How a multidimensional approach can help improve mental well-being

5 Min Read

To this day, doctors follow psychiatric models developed in the 20th century, which are largely based on prescribing medications to treat “chemical imbalances” that cause mental health problems. But a group of neuroscientists and psychiatrists argue that this approach is ‘too simplistic’ and fails to take into account the environmental, social and lifestyle factors that contribute to poor mental health.

“The pharmacological treatment of mental illness was understood solely to combat a perceived ‘chemical imbalance’, without a real need to delve into the depths of the patient’s mind and body,” says lead author Sidarta Ribeiro of the Federal University of Rio. Grande do Norte and colleagues wrote in an op-ed published in the journal PLOS mental health.

“The individual’s ecological and social environment must be understood and improved through integrative practices. It is time to move towards a more naturalistic and benign approach to promoting mental wellbeing, by strengthening connections with one’s body, nature and community,” she added.

The researchers highlighted that the prevalence of mental illness has increased significantly in recent decades, even though psychiatric medications are widely prescribed and praised as “effective” treatment. According to the World Health Organization, 416 million people were diagnosed with mental illness in 1990, and in the recent past that number has risen to 615 million worldwide. While the growing number of people diagnosed with depression, anxiety and suicidal ideation can be attributed to better awareness and diagnosis, Ribeiro and colleagues say two factors are often overlooked: harmful side effects and worsening mental illness. by psychotropic medications and overuse of medications. diagnosis due to financial conflicts of interest.

“Psychiatry must push back on medicalization as an obligation to do no harm by engaging in the multidimensional construction of alternatives to the conventional paradigm, which, while dominant, is ineffective in the face of the complex challenges that mental health care such as stigma, social exclusion and violation of rights,” the authors wrote. “Reducing medicalization does not work with the concept of ‘disease’, which explains the processes associated with healthcare solely in biological, chemical and physical terms.”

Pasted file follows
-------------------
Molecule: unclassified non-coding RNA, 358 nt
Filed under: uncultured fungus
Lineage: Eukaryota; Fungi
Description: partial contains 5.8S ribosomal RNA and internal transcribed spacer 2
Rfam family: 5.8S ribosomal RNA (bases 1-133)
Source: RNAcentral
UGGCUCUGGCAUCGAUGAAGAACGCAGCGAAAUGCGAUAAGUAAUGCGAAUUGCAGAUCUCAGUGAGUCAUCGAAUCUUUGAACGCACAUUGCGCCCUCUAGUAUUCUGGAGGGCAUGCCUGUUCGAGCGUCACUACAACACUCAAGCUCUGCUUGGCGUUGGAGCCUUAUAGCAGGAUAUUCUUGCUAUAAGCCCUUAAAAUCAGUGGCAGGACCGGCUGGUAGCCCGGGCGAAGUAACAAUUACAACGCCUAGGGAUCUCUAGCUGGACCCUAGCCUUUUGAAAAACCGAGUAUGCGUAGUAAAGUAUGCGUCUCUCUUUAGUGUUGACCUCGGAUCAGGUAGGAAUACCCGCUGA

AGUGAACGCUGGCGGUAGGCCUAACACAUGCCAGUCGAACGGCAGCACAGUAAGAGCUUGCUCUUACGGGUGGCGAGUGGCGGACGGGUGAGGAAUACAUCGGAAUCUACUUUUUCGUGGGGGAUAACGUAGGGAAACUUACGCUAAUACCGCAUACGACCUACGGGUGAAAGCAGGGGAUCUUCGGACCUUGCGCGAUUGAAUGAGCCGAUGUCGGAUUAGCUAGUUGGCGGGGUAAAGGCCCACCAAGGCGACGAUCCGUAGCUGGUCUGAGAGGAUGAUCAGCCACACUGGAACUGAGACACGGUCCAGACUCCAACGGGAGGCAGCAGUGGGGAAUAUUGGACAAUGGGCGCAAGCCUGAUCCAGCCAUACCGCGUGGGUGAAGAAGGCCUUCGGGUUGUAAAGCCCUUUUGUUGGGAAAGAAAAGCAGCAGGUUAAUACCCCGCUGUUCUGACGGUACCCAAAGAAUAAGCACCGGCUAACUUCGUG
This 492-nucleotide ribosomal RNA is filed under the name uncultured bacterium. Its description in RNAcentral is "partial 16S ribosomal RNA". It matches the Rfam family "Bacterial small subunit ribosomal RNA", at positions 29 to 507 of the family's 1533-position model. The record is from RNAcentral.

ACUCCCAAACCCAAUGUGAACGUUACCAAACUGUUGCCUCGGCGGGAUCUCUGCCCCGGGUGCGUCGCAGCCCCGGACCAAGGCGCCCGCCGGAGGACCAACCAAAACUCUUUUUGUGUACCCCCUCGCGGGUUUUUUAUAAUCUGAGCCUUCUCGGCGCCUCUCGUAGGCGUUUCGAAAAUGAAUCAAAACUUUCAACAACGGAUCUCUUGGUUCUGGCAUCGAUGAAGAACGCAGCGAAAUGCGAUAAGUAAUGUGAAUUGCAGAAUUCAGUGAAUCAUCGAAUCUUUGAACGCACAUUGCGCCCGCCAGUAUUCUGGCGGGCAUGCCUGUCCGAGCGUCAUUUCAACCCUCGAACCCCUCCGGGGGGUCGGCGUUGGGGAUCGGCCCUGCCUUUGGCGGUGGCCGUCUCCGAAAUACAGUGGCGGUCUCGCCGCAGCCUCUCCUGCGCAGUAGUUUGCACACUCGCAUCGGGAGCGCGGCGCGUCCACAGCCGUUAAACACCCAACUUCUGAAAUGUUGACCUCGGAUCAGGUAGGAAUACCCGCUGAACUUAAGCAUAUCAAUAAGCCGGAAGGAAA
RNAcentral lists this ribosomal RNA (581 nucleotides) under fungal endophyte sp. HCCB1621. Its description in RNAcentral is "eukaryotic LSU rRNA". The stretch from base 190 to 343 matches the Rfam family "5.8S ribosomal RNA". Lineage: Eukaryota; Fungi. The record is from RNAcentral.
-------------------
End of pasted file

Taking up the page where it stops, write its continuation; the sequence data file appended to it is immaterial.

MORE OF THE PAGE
Instead, they further explained that reducing reliance on prescribing medications alone could help physicians broaden their collective understanding of these processes through in-depth dialogue with their patients.

“Psychotherapy has not only proven to be clinically effective, but also essential for the treatment of most psychiatric cases. The quantitative structural analysis of patients’ dreams can provide deep insight into their mental state, as has been shown to be the case in the early diagnosis of schizophrenia. The analysis of the emotional content of dream reports, especially nightmares, can provide valuable insight into various neurological disorders,” they wrote. “A deeper engagement with proprioception, interoception and introspection can greatly catalyze healing processes, increase self-understanding and improve well-being.”

The authors emphasized that encouraging activities such as exposure to nature, art therapy and gardening can go a long way in protecting people from mental suffering. “These expressive outlets provide unique, personalized paths to healing and self-discovery, offering a holistic and integrated approach to psychiatry.”

“The emotional relevance of dreams and the clinical effectiveness of talk therapy underlines the need for a multidimensional approach to mental health care, capable of listening attentively to patients. Discourse analysis at the structural and symbolic levels provides introspective access to deeper layers of the psyche, can help build the sense of meaning in life and should be more widely integrated into treatment plans,” she added.

See also  Doctors say unmedicated mental illness is behind the Sydney shopping center attack
Share This Article
Leave a comment

Leave a Reply

Your email address will not be published. Required fields are marked *